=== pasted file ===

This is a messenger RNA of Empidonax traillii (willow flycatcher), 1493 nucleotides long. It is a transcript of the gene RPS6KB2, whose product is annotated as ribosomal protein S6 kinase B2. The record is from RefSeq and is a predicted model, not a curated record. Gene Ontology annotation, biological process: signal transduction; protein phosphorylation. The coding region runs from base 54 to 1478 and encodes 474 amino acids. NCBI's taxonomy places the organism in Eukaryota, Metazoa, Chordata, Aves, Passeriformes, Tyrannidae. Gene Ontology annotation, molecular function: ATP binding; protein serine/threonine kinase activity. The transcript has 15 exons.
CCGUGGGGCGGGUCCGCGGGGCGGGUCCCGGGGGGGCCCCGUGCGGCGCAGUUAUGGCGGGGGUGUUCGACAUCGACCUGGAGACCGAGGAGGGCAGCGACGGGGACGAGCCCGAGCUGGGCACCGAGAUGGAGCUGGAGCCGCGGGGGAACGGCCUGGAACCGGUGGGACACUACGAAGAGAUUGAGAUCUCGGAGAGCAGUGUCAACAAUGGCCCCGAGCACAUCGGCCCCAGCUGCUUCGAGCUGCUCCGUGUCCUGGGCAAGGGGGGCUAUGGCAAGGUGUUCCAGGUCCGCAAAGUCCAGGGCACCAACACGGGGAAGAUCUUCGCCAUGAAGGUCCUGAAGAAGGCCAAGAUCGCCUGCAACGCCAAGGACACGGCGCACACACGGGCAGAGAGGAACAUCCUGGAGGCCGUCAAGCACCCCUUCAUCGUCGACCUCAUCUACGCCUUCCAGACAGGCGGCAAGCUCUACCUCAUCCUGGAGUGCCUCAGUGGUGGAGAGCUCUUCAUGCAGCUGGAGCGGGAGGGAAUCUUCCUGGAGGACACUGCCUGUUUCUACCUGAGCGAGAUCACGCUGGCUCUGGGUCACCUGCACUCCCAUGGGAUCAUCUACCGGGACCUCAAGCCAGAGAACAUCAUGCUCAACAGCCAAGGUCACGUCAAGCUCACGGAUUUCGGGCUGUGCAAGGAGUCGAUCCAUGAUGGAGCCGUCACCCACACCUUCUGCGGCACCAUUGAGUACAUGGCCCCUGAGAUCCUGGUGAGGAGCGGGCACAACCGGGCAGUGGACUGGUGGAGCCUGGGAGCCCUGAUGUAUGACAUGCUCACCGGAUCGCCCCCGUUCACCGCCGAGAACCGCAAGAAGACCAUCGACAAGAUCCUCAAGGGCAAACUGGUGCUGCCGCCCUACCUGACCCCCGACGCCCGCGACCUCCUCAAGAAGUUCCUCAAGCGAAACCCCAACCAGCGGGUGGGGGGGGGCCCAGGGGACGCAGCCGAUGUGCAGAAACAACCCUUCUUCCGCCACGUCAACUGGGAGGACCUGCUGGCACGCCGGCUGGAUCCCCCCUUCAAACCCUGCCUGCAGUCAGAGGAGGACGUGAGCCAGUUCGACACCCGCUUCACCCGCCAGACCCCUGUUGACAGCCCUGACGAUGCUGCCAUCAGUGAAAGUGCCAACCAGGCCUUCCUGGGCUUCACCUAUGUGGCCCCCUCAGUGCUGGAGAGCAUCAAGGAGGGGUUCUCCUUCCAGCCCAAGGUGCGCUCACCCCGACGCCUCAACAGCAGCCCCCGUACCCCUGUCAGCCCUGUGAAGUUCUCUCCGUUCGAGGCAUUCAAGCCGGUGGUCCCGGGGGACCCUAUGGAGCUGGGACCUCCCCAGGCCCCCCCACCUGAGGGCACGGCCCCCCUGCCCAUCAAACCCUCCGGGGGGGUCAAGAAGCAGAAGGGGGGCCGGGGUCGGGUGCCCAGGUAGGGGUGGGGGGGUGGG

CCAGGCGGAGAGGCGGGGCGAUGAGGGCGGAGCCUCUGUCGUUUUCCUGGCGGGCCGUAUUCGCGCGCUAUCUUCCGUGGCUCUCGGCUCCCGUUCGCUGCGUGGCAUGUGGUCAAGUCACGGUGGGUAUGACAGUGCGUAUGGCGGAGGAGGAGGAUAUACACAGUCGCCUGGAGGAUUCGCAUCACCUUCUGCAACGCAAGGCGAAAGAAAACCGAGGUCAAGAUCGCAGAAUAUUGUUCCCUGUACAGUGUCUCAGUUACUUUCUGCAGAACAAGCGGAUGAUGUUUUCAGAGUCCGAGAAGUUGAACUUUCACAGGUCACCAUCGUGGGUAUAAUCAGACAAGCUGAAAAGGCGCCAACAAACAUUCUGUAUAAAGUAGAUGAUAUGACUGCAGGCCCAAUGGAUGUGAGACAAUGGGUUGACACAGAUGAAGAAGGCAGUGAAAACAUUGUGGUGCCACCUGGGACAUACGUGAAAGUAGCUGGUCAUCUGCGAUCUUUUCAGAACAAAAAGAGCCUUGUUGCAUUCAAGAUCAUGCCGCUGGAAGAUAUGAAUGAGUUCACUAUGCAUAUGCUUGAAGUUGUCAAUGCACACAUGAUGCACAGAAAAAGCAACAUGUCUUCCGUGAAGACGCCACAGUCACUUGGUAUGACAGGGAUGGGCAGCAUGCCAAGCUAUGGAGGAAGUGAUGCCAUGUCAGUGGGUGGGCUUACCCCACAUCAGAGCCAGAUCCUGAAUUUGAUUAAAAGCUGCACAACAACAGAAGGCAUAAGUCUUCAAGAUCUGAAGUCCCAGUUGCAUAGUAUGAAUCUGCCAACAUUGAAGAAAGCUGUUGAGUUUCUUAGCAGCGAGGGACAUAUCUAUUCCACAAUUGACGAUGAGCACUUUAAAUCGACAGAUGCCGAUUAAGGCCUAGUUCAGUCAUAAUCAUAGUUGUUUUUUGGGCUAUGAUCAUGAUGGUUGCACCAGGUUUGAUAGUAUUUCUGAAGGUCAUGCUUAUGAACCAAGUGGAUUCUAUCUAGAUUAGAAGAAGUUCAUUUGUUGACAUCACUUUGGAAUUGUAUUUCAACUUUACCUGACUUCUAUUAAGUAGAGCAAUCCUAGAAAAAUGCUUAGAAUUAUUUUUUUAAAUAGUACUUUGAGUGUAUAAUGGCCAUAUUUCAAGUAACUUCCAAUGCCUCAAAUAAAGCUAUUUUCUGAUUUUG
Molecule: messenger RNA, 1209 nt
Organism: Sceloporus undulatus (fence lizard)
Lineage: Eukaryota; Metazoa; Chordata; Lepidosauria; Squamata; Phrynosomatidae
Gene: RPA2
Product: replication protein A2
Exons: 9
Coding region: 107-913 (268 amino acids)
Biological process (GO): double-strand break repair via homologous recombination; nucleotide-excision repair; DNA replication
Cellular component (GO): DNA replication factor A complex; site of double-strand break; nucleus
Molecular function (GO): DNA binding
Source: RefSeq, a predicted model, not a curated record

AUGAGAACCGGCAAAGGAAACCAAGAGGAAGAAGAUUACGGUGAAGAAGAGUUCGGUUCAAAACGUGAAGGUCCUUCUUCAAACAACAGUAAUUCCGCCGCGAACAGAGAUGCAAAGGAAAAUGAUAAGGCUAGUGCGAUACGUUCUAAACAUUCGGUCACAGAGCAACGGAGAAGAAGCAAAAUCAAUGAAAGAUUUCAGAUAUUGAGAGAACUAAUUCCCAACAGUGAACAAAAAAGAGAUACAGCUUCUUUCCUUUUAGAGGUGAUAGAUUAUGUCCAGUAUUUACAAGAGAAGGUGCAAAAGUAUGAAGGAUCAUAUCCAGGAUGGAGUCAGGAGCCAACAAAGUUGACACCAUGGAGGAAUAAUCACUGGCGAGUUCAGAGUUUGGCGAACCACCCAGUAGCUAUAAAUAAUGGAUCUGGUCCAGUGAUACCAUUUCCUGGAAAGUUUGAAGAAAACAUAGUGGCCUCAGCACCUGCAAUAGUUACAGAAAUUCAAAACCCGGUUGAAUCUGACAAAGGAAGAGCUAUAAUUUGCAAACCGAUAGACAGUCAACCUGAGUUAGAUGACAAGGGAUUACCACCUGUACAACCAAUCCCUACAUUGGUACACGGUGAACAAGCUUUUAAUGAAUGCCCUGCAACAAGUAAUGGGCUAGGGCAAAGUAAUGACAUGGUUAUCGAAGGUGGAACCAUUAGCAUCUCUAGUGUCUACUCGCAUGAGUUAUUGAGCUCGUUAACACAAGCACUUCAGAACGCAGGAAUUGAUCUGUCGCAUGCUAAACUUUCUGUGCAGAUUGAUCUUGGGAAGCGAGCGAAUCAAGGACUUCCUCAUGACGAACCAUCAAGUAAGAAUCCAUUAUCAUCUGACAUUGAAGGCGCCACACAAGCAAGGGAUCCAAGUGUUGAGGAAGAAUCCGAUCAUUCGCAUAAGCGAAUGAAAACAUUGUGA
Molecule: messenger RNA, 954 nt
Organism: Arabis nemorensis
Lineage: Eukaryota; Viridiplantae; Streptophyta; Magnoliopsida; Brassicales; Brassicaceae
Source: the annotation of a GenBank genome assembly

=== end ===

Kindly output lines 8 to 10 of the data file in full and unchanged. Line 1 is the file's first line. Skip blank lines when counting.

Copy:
Product: replication protein A2
Exons: 9
Coding region: 107-913 (268 amino acids)